Now is an exciting time for brain research due to enormous global investments that have enabled creation of the infrastructure required to generate great pools of neuroscience data and develop novel techniques. This has been facilitated in part by a shift in the way research data are shared over the past decade (see Figure 1-1). In the traditional model, data generated by one group of investigators may be shared with one or more other research groups, each of which builds its own tools to analyze and manipulate the data, resulting in a proliferation of datasets and research tool versions. This contrasts with the cloud model, where data and tools are co-located in a platform that enables multiple investigators to work with a single copy of the dataset using common tools.
The cloud model has led to a vast increase in the quantity and complexity of data and expanded access to these data, which has attracted many more researchers, enabled multi-national neuroscience collaborations, and facilitated the development of many new tools. Yet, the cloud model has also produced new challenges related to data storage, organization, and protection. Merely switching the technical infrastructure from local repositories to cloud repositories is not enough to optimize data use.
1 The planning committee’s role was limited to planning the workshop, and the Proceedings of a Workshop was prepared by the workshop rapporteurs as a factual summary of what occurred at the workshop. Statements, recommendations, and opinions expressed are those of individual presenters and participants; have not been endorsed or verified by the Health and Medicine Division (HMD) of the National Academies of Sciences, Engineering, and Medicine; and should not be construed as reflecting any group consensus.
Thirty years ago, the National Institute of Mental Health (NIMH), the National Institute on Drug Abuse (NIDA), and the National Science Foundation (NSF) commissioned the Institute of Medicine (IOM) to consider the future of digital and networked neuroscience, recalled Michael Huerta, associate director of the National Library of Medicine (NLM). It is fitting that 30 years later, a group reconvened at the National Academies of Sciences, Engineering, and Medicine (the National Academies), which incorporates the former IOM, to explore the burgeoning use of cloud computing in neuroscience, said Huerta. On September 24, 2019, the National Academies’ Forum on Neuroscience and Nervous System Disorders hosted a workshop on neuroscience data in the cloud, co-chaired by Huerta and Deanna Barch, chair of the Department of Psychological and Brain Sciences at Washington University in St. Louis.2Box 1-1 provides definitions for some of the core concepts related to cloud computing discussed throughout the workshop. The intention of the workshop, said Barch, was to focus on maximizing the benefits that can be realized from neuroscience data.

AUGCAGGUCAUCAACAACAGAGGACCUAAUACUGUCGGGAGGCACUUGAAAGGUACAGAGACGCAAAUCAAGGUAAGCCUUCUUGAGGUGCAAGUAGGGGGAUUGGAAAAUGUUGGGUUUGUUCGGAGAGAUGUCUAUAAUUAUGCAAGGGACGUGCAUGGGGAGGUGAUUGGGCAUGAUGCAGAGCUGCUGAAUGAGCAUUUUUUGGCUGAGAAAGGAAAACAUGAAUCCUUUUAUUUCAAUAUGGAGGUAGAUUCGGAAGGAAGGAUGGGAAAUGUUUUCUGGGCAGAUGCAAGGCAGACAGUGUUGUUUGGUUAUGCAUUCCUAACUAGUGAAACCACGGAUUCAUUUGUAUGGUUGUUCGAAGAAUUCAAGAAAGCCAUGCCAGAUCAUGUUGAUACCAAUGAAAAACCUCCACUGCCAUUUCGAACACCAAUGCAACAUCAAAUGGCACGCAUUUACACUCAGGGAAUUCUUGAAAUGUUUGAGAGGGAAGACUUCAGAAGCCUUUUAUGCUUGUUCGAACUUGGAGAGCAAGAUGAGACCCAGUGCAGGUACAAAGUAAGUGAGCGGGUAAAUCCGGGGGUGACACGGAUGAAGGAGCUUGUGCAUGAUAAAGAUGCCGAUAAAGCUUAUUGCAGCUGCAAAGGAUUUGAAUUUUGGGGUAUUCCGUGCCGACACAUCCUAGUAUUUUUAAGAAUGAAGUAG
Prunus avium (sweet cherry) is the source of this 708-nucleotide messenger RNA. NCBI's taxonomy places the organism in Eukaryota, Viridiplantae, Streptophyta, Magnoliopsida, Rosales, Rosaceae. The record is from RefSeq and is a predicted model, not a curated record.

The workshop brought together a broad range of stakeholders involved in cloud-based neuroscience initiatives and research to explore the use of cloud technology to advance neuroscience research and share approaches to address current barriers. These stakeholders represented academia, government, foundations, the pharmaceutical and information technology industries, and the legal system. They were tasked not only with identifying challenges, but also with suggesting solutions and best practices that can
help optimize the utility and increase the efficiency of cloud-based neuroscience initiatives, support ongoing efforts, and share information about the work of others, said Barch.
In addition to cloud-specific issues, the workshop covered a number of topics related to encouraging data sharing and open science, which are integrally relevant for, but not specific to, cloud-based platforms. Many discussions at the workshop covered issues, such as privacy protection, that are common across many types of data, not just neuroscience. The workshop provided a venue for members of the neuroscience community to come together to discuss approaches for tackling these common challenges, as well as challenges that are specific to neuroscience data and the cloud-based platforms that are dedicated to neuroscience or are frequently used by this community. Box 1-2 provides the workshop Statement of Task.
These proceedings reflect the organization of the meeting. Chapter 2 summarizes talks about the landscape of cloud-based technologies for neuroscience research. Two sets of breakout sessions are summarized in Parts 1 and 2, which organize issues by content area and types of data, respectively. In Part 1, Chapter 3 covers issues related to the protection of privacy; Chapter 4 addresses data management and interoperability issues;
Chapter 5 examines issues related to assignment of credit and data ownership; and Chapter 6 discusses platform governance. In Part 2, challenges related to different types of neuroscience data are examined: Chapter 7, clinical trial and research data; Chapter 8, genetic data; Chapter 9, neuroimaging data; and Chapter 10, real-world data. Chapter 11 concludes with a discussion of future directions, including identifying tangible next steps and promising areas for future action.
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